Meanwhile, Glorietta and her fellow farmworkers often feel they can’t leave a job that is making them sick in the short term and increasing the likelihood that they will suffer from cancers and other illnesses down the road. Jesús Lopez, a community worker with California Rural Legal Assistance, a nonprofit legal firm that has been taking negligent farms to court for decades, says he hears from many farmworkers in Glorietta’s situation on a regular basis. They almost always show noticeable symptoms of pesticide exposure, he says, but would rather endure untenable conditions than risk their jobs.

“Everybody is afraid to speak up,” he says. “Some people don’t have documents. Other people don’t have enough money to pay rent. Others live near the farm and don’t want to move. Maybe the school that their kids go to is nearby.”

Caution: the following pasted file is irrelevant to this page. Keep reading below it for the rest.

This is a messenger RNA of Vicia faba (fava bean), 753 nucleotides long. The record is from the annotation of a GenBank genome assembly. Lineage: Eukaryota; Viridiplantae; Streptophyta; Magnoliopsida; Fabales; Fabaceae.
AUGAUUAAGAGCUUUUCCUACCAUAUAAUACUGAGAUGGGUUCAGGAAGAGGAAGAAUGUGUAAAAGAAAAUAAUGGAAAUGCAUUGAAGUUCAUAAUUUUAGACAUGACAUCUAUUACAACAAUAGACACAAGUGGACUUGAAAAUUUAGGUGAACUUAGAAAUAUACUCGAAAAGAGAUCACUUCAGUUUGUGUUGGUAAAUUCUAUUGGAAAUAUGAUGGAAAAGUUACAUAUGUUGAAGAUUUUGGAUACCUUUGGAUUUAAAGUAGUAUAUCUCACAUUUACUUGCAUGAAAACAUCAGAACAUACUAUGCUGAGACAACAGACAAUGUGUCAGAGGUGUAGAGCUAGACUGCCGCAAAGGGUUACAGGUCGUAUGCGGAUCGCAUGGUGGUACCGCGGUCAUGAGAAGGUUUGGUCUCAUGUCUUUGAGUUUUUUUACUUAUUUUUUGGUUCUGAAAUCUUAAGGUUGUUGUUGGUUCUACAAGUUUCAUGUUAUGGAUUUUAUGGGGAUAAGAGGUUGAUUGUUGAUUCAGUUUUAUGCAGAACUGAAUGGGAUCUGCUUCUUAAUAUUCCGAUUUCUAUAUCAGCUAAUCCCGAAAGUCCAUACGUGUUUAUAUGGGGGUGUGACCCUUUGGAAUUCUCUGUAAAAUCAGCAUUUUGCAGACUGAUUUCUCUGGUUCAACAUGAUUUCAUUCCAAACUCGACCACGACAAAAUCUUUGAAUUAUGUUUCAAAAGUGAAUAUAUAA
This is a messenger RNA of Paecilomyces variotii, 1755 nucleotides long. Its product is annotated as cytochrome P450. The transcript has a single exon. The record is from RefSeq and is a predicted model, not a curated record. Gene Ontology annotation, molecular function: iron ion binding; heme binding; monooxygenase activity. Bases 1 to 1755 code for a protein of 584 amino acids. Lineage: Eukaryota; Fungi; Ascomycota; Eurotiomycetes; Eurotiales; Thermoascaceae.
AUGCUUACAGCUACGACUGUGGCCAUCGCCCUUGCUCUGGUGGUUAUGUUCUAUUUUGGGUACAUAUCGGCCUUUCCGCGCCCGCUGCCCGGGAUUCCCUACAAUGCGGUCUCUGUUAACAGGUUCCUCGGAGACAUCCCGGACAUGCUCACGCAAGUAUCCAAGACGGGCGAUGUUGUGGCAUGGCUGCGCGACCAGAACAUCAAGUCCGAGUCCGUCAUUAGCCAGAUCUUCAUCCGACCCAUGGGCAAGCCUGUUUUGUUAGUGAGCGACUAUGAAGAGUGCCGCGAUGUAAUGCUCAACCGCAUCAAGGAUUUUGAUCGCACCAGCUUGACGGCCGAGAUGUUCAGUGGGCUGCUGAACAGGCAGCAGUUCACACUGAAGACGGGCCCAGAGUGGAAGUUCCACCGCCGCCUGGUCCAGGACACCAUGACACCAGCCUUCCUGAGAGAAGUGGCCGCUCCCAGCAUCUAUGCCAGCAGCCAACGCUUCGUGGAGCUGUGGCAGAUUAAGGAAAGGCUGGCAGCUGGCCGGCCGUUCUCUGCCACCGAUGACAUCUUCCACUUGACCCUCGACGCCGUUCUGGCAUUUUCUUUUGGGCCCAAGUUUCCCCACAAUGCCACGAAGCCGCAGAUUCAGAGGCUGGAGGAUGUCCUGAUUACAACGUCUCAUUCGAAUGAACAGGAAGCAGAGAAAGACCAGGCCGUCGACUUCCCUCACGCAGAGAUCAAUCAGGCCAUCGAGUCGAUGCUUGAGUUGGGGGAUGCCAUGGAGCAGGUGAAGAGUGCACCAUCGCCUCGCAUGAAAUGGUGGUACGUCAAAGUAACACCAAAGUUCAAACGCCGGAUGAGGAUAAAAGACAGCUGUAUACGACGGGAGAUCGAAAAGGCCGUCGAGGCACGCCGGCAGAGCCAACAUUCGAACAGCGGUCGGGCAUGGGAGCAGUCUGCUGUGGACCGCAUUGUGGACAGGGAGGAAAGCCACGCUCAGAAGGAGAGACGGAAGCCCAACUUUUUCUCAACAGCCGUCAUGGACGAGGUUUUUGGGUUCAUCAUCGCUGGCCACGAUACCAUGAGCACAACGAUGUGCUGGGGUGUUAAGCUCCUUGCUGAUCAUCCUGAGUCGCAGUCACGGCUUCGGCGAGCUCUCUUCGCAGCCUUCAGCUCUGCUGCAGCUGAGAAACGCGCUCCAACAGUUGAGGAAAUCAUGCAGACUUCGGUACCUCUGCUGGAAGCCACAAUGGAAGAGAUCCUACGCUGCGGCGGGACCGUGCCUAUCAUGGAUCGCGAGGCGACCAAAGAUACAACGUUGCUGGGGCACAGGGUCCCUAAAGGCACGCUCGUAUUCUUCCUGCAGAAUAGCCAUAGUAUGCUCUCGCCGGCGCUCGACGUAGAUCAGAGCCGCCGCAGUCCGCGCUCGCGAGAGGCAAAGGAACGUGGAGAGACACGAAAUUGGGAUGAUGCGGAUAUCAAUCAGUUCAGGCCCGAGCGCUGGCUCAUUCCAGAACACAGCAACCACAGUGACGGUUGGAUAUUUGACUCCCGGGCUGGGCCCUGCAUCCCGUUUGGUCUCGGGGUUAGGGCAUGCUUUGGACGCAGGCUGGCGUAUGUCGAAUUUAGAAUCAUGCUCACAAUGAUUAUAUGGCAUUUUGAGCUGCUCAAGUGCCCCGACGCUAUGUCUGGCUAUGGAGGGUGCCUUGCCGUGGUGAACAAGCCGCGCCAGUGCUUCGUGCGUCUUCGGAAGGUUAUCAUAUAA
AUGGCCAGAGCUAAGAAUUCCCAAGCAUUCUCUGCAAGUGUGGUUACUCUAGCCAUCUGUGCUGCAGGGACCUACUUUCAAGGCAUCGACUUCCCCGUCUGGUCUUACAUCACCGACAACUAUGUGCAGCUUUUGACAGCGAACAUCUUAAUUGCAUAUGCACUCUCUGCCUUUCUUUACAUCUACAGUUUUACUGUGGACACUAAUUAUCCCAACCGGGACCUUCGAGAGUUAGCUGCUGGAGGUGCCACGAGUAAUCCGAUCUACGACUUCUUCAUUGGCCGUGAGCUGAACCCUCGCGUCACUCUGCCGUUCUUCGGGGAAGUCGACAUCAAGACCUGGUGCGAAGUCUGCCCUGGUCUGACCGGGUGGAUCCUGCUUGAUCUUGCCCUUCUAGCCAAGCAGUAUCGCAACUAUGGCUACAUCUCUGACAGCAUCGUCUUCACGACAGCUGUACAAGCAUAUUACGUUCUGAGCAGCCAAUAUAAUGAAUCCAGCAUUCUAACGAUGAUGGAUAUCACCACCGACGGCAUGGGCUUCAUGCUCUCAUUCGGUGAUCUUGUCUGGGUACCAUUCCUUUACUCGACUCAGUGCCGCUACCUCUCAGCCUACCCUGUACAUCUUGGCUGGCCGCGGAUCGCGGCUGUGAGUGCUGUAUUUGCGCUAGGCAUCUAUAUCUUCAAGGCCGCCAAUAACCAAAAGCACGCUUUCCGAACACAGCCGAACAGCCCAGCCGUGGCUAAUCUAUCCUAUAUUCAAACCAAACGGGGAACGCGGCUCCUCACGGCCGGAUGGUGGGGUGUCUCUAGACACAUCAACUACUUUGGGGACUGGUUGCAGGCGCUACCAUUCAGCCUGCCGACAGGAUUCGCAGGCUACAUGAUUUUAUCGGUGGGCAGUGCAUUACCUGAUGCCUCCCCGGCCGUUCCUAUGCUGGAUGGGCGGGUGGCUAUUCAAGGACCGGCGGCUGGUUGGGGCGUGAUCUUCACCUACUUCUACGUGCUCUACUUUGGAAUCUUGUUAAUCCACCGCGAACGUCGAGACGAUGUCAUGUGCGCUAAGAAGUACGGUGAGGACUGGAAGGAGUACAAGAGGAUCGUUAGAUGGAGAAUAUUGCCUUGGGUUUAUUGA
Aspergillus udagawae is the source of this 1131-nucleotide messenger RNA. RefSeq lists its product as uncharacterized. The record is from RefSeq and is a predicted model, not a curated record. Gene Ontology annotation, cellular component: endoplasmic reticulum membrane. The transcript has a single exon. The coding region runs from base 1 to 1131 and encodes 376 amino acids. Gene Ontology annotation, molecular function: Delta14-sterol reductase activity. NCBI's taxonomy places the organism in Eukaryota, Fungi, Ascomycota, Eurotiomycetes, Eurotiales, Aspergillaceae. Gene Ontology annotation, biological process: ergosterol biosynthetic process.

So when we buy strawberries that weren’t grown organically, we not only risk poisoning ourselves, but we contribute to the profits of companies that are poisoning their workers.

The article from which the excerpt was taken can be seen HERE.

The Environmental Working Group “Dirty Dozen” can be seen HERE.

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Neo

Our orphaned bottle-baby Neo has grown to be a big, healthy, feisty lad–one of 21 kids we have on the farm these days.

Cherie with Neo shortly after his birth

Cherie with Neo shortly after his birth

Cherie and Neo now.

Cherie and Neo now.

We’ve had a lot of bottle babies over the years, all with unique personalities.  If I had to choose one word to describe Neo’s personality, I think I’d go with “confident.”

He’s too big now to crawl under the fence, so at least he’s no longer underfoot while I’m doing my chores.

Soon we’ll be able to wean him. We’ve been feeding him three times a day for months now (we started with four feedings per day).  The early morning and midday feedings are no big deal, but I”m looking forward to being relieved of the obligation to trek out to the barn every night at 9 o’clock for his last feeding of the day.